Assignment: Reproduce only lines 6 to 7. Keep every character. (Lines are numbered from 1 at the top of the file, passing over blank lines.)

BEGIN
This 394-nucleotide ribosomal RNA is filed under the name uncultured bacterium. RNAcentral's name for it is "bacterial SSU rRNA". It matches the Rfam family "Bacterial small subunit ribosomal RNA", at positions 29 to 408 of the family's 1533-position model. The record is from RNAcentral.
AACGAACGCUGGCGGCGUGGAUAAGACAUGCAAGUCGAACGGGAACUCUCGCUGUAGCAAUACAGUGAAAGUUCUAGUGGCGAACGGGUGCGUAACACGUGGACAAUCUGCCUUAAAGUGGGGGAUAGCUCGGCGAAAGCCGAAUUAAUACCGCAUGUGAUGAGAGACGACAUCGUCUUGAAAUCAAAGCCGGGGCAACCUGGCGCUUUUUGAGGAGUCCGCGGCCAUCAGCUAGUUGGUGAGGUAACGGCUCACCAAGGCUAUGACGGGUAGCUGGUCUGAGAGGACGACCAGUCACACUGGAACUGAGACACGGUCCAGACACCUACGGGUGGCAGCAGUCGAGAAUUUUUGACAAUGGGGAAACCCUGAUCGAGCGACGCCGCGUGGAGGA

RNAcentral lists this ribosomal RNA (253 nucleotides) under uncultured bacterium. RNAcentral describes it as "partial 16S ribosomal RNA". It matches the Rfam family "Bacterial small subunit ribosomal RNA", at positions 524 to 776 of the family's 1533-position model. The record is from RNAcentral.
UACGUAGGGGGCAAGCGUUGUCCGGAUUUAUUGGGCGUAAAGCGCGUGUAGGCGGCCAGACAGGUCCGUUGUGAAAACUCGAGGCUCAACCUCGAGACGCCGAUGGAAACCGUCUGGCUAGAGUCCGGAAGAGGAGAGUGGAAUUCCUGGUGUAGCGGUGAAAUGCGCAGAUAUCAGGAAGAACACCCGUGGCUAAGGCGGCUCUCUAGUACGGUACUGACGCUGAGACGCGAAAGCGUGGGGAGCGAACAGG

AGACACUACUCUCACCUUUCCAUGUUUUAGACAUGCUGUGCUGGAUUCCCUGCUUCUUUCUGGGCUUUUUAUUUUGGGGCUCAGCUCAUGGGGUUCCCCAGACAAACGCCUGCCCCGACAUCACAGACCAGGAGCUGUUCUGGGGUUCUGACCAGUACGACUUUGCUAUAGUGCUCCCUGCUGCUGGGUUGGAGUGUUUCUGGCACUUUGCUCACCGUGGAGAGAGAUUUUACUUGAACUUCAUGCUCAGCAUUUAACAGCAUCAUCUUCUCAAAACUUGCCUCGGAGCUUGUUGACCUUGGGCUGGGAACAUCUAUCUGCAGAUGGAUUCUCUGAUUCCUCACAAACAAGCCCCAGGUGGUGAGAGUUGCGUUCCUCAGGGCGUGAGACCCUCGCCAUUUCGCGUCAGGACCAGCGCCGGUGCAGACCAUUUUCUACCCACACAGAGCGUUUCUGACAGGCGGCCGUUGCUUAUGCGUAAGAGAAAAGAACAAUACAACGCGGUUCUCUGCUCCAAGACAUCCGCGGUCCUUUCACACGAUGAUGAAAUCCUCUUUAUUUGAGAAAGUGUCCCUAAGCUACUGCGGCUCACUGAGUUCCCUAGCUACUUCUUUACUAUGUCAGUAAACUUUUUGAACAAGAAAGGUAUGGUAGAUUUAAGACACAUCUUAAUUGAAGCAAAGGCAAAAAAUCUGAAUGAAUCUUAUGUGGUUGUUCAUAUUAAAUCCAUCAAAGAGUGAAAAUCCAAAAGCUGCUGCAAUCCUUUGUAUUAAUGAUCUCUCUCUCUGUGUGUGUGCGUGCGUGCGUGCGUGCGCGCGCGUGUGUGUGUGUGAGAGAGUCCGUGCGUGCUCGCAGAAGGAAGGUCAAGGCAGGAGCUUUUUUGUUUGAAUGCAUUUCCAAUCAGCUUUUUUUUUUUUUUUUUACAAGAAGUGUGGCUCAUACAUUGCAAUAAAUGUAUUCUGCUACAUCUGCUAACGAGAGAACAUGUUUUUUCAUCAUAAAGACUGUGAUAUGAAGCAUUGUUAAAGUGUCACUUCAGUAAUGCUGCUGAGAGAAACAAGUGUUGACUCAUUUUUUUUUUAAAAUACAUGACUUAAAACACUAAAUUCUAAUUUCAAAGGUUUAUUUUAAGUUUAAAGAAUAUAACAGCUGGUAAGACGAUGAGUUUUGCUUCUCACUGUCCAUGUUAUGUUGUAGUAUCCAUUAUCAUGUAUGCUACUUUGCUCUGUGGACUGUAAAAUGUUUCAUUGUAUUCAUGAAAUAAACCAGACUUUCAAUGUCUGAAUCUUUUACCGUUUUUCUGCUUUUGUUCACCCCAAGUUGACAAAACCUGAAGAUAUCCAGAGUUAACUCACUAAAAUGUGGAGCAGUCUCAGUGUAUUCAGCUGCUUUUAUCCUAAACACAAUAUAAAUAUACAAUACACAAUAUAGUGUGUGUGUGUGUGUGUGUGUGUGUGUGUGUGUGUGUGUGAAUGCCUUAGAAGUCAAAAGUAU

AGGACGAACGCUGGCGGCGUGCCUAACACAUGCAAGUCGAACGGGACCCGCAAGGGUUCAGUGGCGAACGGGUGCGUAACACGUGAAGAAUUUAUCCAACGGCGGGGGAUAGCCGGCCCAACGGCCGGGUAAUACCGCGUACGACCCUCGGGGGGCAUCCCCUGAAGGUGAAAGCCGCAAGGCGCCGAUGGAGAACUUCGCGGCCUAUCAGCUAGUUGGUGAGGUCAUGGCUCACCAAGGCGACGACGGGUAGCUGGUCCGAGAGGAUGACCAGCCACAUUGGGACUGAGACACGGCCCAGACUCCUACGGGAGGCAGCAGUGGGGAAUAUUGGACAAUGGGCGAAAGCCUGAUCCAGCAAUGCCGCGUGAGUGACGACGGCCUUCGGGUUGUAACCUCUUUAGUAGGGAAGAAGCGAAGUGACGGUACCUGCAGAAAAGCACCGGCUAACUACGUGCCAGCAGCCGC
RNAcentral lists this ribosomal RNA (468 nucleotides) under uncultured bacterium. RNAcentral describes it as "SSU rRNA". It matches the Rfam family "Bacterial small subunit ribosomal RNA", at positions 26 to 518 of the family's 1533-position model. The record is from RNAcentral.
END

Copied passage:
AGGACGAACGCUGGCGGCGUGCCUAACACAUGCAAGUCGAACGGGACCCGCAAGGGUUCAGUGGCGAACGGGUGCGUAACACGUGAAGAAUUUAUCCAACGGCGGGGGAUAGCCGGCCCAACGGCCGGGUAAUACCGCGUACGACCCUCGGGGGGCAUCCCCUGAAGGUGAAAGCCGCAAGGCGCCGAUGGAGAACUUCGCGGCCUAUCAGCUAGUUGGUGAGGUCAUGGCUCACCAAGGCGACGACGGGUAGCUGGUCCGAGAGGAUGACCAGCCACAUUGGGACUGAGACACGGCCCAGACUCCUACGGGAGGCAGCAGUGGGGAAUAUUGGACAAUGGGCGAAAGCCUGAUCCAGCAAUGCCGCGUGAGUGACGACGGCCUUCGGGUUGUAACCUCUUUAGUAGGGAAGAAGCGAAGUGACGGUACCUGCAGAAAAGCACCGGCUAACUACGUGCCAGCAGCCGC
RNAcentral lists this ribosomal RNA (468 nucleotides) under uncultured bacterium. RNAcentral describes it as "SSU rRNA". It matches the Rfam family "Bacterial small subunit ribosomal RNA", at positions 26 to 518 of the family's 1533-position model. The record is from RNAcentral.